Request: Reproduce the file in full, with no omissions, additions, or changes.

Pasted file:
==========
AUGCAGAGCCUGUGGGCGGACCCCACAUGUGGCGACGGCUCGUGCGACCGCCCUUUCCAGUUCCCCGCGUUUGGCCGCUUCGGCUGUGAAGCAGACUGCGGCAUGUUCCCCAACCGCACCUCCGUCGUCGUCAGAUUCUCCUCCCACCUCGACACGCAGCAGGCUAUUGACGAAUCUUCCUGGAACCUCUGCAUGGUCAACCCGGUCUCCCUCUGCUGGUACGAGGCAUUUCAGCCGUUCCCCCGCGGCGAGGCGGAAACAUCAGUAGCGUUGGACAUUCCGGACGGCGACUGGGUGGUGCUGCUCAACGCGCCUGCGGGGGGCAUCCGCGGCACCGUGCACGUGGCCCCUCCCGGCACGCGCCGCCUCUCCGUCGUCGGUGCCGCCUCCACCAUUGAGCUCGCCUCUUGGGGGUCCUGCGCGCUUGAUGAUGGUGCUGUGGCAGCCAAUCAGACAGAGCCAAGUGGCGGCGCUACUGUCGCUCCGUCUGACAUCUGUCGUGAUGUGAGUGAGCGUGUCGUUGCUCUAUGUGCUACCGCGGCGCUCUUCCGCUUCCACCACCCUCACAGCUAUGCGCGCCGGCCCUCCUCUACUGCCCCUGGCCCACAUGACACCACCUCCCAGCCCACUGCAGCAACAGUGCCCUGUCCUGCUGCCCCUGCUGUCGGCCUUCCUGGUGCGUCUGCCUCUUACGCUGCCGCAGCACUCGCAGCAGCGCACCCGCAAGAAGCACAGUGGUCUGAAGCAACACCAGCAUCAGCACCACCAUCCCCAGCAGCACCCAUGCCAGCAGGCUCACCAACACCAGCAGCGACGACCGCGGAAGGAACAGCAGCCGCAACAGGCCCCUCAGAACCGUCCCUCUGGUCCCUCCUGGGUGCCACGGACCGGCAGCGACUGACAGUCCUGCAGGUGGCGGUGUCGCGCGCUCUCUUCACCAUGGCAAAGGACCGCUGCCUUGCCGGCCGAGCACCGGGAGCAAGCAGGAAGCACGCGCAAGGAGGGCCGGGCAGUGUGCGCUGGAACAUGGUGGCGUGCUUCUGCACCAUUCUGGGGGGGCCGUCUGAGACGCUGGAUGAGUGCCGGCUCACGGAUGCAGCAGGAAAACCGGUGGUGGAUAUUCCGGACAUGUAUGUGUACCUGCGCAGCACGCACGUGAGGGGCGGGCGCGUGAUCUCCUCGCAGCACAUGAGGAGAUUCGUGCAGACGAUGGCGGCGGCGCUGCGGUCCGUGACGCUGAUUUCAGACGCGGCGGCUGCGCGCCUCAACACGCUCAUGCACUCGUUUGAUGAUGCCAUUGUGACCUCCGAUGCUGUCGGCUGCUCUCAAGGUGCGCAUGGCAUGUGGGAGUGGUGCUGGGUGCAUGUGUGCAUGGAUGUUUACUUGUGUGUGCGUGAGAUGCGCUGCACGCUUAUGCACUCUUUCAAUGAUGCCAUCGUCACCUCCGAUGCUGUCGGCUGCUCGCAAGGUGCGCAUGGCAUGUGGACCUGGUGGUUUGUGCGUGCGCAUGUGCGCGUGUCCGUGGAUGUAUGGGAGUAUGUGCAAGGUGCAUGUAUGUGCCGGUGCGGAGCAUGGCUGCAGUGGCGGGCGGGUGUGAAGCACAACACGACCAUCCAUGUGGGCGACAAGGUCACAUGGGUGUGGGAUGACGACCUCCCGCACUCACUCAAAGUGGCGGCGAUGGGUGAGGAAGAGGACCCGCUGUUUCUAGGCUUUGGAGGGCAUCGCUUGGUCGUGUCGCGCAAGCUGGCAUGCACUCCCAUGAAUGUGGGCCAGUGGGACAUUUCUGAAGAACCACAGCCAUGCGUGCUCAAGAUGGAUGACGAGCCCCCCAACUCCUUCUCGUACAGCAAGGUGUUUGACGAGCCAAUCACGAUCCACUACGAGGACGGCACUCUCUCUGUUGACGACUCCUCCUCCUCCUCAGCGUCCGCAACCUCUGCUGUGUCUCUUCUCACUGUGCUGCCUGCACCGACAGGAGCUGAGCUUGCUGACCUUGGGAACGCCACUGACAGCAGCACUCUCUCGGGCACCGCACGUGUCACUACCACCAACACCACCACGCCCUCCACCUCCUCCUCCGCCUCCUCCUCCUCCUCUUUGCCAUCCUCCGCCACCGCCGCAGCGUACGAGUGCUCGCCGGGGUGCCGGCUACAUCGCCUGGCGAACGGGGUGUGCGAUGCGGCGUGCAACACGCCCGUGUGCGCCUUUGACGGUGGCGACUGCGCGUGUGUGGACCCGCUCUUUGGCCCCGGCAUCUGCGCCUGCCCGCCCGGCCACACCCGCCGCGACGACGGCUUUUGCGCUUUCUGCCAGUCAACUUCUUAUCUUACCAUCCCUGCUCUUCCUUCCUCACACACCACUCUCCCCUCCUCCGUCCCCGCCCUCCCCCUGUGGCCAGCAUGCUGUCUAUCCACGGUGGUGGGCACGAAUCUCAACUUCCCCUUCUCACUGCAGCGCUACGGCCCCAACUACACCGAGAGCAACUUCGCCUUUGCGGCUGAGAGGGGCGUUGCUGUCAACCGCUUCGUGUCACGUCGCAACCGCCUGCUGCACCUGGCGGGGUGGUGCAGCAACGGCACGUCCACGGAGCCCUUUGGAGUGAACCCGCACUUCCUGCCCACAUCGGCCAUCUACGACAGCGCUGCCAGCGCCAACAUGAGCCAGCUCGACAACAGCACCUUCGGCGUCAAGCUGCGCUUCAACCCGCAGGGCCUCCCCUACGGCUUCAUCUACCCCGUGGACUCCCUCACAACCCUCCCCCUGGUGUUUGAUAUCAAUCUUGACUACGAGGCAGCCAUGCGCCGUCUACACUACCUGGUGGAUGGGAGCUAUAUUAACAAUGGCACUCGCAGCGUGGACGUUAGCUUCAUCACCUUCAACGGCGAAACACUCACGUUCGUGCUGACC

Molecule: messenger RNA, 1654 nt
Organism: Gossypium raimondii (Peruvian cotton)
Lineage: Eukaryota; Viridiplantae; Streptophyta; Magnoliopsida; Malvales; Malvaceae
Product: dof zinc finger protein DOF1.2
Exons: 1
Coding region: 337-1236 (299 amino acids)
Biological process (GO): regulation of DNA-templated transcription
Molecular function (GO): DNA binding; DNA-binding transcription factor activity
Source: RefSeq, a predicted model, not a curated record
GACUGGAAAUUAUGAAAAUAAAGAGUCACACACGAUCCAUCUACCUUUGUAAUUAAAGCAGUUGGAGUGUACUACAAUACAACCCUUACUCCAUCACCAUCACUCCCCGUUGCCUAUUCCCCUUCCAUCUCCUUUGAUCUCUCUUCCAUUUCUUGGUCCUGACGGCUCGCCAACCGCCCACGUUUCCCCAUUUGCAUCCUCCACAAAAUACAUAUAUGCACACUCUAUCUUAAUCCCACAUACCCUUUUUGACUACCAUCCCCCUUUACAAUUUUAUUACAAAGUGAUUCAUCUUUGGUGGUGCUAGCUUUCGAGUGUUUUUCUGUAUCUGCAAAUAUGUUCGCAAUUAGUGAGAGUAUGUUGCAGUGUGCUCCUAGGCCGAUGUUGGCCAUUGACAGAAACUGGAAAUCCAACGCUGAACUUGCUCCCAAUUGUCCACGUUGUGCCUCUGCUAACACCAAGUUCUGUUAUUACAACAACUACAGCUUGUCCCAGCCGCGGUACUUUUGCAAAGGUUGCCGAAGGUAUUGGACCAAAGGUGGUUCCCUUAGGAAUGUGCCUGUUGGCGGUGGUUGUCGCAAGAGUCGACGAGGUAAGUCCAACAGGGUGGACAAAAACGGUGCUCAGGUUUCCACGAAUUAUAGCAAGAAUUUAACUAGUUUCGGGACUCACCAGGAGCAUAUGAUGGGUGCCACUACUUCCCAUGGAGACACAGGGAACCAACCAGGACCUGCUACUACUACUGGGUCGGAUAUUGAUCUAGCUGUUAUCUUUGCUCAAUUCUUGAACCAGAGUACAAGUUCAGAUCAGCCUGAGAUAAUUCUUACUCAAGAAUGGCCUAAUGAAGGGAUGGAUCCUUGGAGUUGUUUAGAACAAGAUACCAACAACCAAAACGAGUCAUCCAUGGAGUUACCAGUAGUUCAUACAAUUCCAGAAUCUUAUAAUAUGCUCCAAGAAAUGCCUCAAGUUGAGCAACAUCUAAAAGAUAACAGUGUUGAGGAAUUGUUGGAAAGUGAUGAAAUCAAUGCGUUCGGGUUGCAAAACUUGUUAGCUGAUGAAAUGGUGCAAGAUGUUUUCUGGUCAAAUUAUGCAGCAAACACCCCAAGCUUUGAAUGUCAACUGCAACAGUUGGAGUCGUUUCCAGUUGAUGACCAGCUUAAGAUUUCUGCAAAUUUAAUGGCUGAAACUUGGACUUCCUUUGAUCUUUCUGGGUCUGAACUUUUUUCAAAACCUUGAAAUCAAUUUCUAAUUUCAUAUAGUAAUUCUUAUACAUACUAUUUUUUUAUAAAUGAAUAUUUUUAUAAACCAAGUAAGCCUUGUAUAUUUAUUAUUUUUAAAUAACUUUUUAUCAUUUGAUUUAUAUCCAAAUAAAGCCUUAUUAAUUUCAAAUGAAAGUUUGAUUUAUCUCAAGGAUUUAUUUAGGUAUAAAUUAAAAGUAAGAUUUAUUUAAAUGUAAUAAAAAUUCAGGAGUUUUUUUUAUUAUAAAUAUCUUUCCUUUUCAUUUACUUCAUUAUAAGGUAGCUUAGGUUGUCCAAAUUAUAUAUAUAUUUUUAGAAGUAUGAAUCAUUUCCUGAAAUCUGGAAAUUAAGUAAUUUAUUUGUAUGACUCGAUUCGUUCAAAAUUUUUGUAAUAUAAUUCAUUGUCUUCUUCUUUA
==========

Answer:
AUGCAGAGCCUGUGGGCGGACCCCACAUGUGGCGACGGCUCGUGCGACCGCCCUUUCCAGUUCCCCGCGUUUGGCCGCUUCGGCUGUGAAGCAGACUGCGGCAUGUUCCCCAACCGCACCUCCGUCGUCGUCAGAUUCUCCUCCCACCUCGACACGCAGCAGGCUAUUGACGAAUCUUCCUGGAACCUCUGCAUGGUCAACCCGGUCUCCCUCUGCUGGUACGAGGCAUUUCAGCCGUUCCCCCGCGGCGAGGCGGAAACAUCAGUAGCGUUGGACAUUCCGGACGGCGACUGGGUGGUGCUGCUCAACGCGCCUGCGGGGGGCAUCCGCGGCACCGUGCACGUGGCCCCUCCCGGCACGCGCCGCCUCUCCGUCGUCGGUGCCGCCUCCACCAUUGAGCUCGCCUCUUGGGGGUCCUGCGCGCUUGAUGAUGGUGCUGUGGCAGCCAAUCAGACAGAGCCAAGUGGCGGCGCUACUGUCGCUCCGUCUGACAUCUGUCGUGAUGUGAGUGAGCGUGUCGUUGCUCUAUGUGCUACCGCGGCGCUCUUCCGCUUCCACCACCCUCACAGCUAUGCGCGCCGGCCCUCCUCUACUGCCCCUGGCCCACAUGACACCACCUCCCAGCCCACUGCAGCAACAGUGCCCUGUCCUGCUGCCCCUGCUGUCGGCCUUCCUGGUGCGUCUGCCUCUUACGCUGCCGCAGCACUCGCAGCAGCGCACCCGCAAGAAGCACAGUGGUCUGAAGCAACACCAGCAUCAGCACCACCAUCCCCAGCAGCACCCAUGCCAGCAGGCUCACCAACACCAGCAGCGACGACCGCGGAAGGAACAGCAGCCGCAACAGGCCCCUCAGAACCGUCCCUCUGGUCCCUCCUGGGUGCCACGGACCGGCAGCGACUGACAGUCCUGCAGGUGGCGGUGUCGCGCGCUCUCUUCACCAUGGCAAAGGACCGCUGCCUUGCCGGCCGAGCACCGGGAGCAAGCAGGAAGCACGCGCAAGGAGGGCCGGGCAGUGUGCGCUGGAACAUGGUGGCGUGCUUCUGCACCAUUCUGGGGGGGCCGUCUGAGACGCUGGAUGAGUGCCGGCUCACGGAUGCAGCAGGAAAACCGGUGGUGGAUAUUCCGGACAUGUAUGUGUACCUGCGCAGCACGCACGUGAGGGGCGGGCGCGUGAUCUCCUCGCAGCACAUGAGGAGAUUCGUGCAGACGAUGGCGGCGGCGCUGCGGUCCGUGACGCUGAUUUCAGACGCGGCGGCUGCGCGCCUCAACACGCUCAUGCACUCGUUUGAUGAUGCCAUUGUGACCUCCGAUGCUGUCGGCUGCUCUCAAGGUGCGCAUGGCAUGUGGGAGUGGUGCUGGGUGCAUGUGUGCAUGGAUGUUUACUUGUGUGUGCGUGAGAUGCGCUGCACGCUUAUGCACUCUUUCAAUGAUGCCAUCGUCACCUCCGAUGCUGUCGGCUGCUCGCAAGGUGCGCAUGGCAUGUGGACCUGGUGGUUUGUGCGUGCGCAUGUGCGCGUGUCCGUGGAUGUAUGGGAGUAUGUGCAAGGUGCAUGUAUGUGCCGGUGCGGAGCAUGGCUGCAGUGGCGGGCGGGUGUGAAGCACAACACGACCAUCCAUGUGGGCGACAAGGUCACAUGGGUGUGGGAUGACGACCUCCCGCACUCACUCAAAGUGGCGGCGAUGGGUGAGGAAGAGGACCCGCUGUUUCUAGGCUUUGGAGGGCAUCGCUUGGUCGUGUCGCGCAAGCUGGCAUGCACUCCCAUGAAUGUGGGCCAGUGGGACAUUUCUGAAGAACCACAGCCAUGCGUGCUCAAGAUGGAUGACGAGCCCCCCAACUCCUUCUCGUACAGCAAGGUGUUUGACGAGCCAAUCACGAUCCACUACGAGGACGGCACUCUCUCUGUUGACGACUCCUCCUCCUCCUCAGCGUCCGCAACCUCUGCUGUGUCUCUUCUCACUGUGCUGCCUGCACCGACAGGAGCUGAGCUUGCUGACCUUGGGAACGCCACUGACAGCAGCACUCUCUCGGGCACCGCACGUGUCACUACCACCAACACCACCACGCCCUCCACCUCCUCCUCCGCCUCCUCCUCCUCCUCUUUGCCAUCCUCCGCCACCGCCGCAGCGUACGAGUGCUCGCCGGGGUGCCGGCUACAUCGCCUGGCGAACGGGGUGUGCGAUGCGGCGUGCAACACGCCCGUGUGCGCCUUUGACGGUGGCGACUGCGCGUGUGUGGACCCGCUCUUUGGCCCCGGCAUCUGCGCCUGCCCGCCCGGCCACACCCGCCGCGACGACGGCUUUUGCGCUUUCUGCCAGUCAACUUCUUAUCUUACCAUCCCUGCUCUUCCUUCCUCACACACCACUCUCCCCUCCUCCGUCCCCGCCCUCCCCCUGUGGCCAGCAUGCUGUCUAUCCACGGUGGUGGGCACGAAUCUCAACUUCCCCUUCUCACUGCAGCGCUACGGCCCCAACUACACCGAGAGCAACUUCGCCUUUGCGGCUGAGAGGGGCGUUGCUGUCAACCGCUUCGUGUCACGUCGCAACCGCCUGCUGCACCUGGCGGGGUGGUGCAGCAACGGCACGUCCACGGAGCCCUUUGGAGUGAACCCGCACUUCCUGCCCACAUCGGCCAUCUACGACAGCGCUGCCAGCGCCAACAUGAGCCAGCUCGACAACAGCACCUUCGGCGUCAAGCUGCGCUUCAACCCGCAGGGCCUCCCCUACGGCUUCAUCUACCCCGUGGACUCCCUCACAACCCUCCCCCUGGUGUUUGAUAUCAAUCUUGACUACGAGGCAGCCAUGCGCCGUCUACACUACCUGGUGGAUGGGAGCUAUAUUAACAAUGGCACUCGCAGCGUGGACGUUAGCUUCAUCACCUUCAACGGCGAAACACUCACGUUCGUGCUGACC

Molecule: messenger RNA, 1654 nt
Organism: Gossypium raimondii (Peruvian cotton)
Lineage: Eukaryota; Viridiplantae; Streptophyta; Magnoliopsida; Malvales; Malvaceae
Product: dof zinc finger protein DOF1.2
Exons: 1
Coding region: 337-1236 (299 amino acids)
Biological process (GO): regulation of DNA-templated transcription
Molecular function (GO): DNA binding; DNA-binding transcription factor activity
Source: RefSeq, a predicted model, not a curated record
GACUGGAAAUUAUGAAAAUAAAGAGUCACACACGAUCCAUCUACCUUUGUAAUUAAAGCAGUUGGAGUGUACUACAAUACAACCCUUACUCCAUCACCAUCACUCCCCGUUGCCUAUUCCCCUUCCAUCUCCUUUGAUCUCUCUUCCAUUUCUUGGUCCUGACGGCUCGCCAACCGCCCACGUUUCCCCAUUUGCAUCCUCCACAAAAUACAUAUAUGCACACUCUAUCUUAAUCCCACAUACCCUUUUUGACUACCAUCCCCCUUUACAAUUUUAUUACAAAGUGAUUCAUCUUUGGUGGUGCUAGCUUUCGAGUGUUUUUCUGUAUCUGCAAAUAUGUUCGCAAUUAGUGAGAGUAUGUUGCAGUGUGCUCCUAGGCCGAUGUUGGCCAUUGACAGAAACUGGAAAUCCAACGCUGAACUUGCUCCCAAUUGUCCACGUUGUGCCUCUGCUAACACCAAGUUCUGUUAUUACAACAACUACAGCUUGUCCCAGCCGCGGUACUUUUGCAAAGGUUGCCGAAGGUAUUGGACCAAAGGUGGUUCCCUUAGGAAUGUGCCUGUUGGCGGUGGUUGUCGCAAGAGUCGACGAGGUAAGUCCAACAGGGUGGACAAAAACGGUGCUCAGGUUUCCACGAAUUAUAGCAAGAAUUUAACUAGUUUCGGGACUCACCAGGAGCAUAUGAUGGGUGCCACUACUUCCCAUGGAGACACAGGGAACCAACCAGGACCUGCUACUACUACUGGGUCGGAUAUUGAUCUAGCUGUUAUCUUUGCUCAAUUCUUGAACCAGAGUACAAGUUCAGAUCAGCCUGAGAUAAUUCUUACUCAAGAAUGGCCUAAUGAAGGGAUGGAUCCUUGGAGUUGUUUAGAACAAGAUACCAACAACCAAAACGAGUCAUCCAUGGAGUUACCAGUAGUUCAUACAAUUCCAGAAUCUUAUAAUAUGCUCCAAGAAAUGCCUCAAGUUGAGCAACAUCUAAAAGAUAACAGUGUUGAGGAAUUGUUGGAAAGUGAUGAAAUCAAUGCGUUCGGGUUGCAAAACUUGUUAGCUGAUGAAAUGGUGCAAGAUGUUUUCUGGUCAAAUUAUGCAGCAAACACCCCAAGCUUUGAAUGUCAACUGCAACAGUUGGAGUCGUUUCCAGUUGAUGACCAGCUUAAGAUUUCUGCAAAUUUAAUGGCUGAAACUUGGACUUCCUUUGAUCUUUCUGGGUCUGAACUUUUUUCAAAACCUUGAAAUCAAUUUCUAAUUUCAUAUAGUAAUUCUUAUACAUACUAUUUUUUUAUAAAUGAAUAUUUUUAUAAACCAAGUAAGCCUUGUAUAUUUAUUAUUUUUAAAUAACUUUUUAUCAUUUGAUUUAUAUCCAAAUAAAGCCUUAUUAAUUUCAAAUGAAAGUUUGAUUUAUCUCAAGGAUUUAUUUAGGUAUAAAUUAAAAGUAAGAUUUAUUUAAAUGUAAUAAAAAUUCAGGAGUUUUUUUUAUUAUAAAUAUCUUUCCUUUUCAUUUACUUCAUUAUAAGGUAGCUUAGGUUGUCCAAAUUAUAUAUAUAUUUUUAGAAGUAUGAAUCAUUUCCUGAAAUCUGGAAAUUAAGUAAUUUAUUUGUAUGACUCGAUUCGUUCAAAAUUUUUGUAAUAUAAUUCAUUGUCUUCUUCUUUA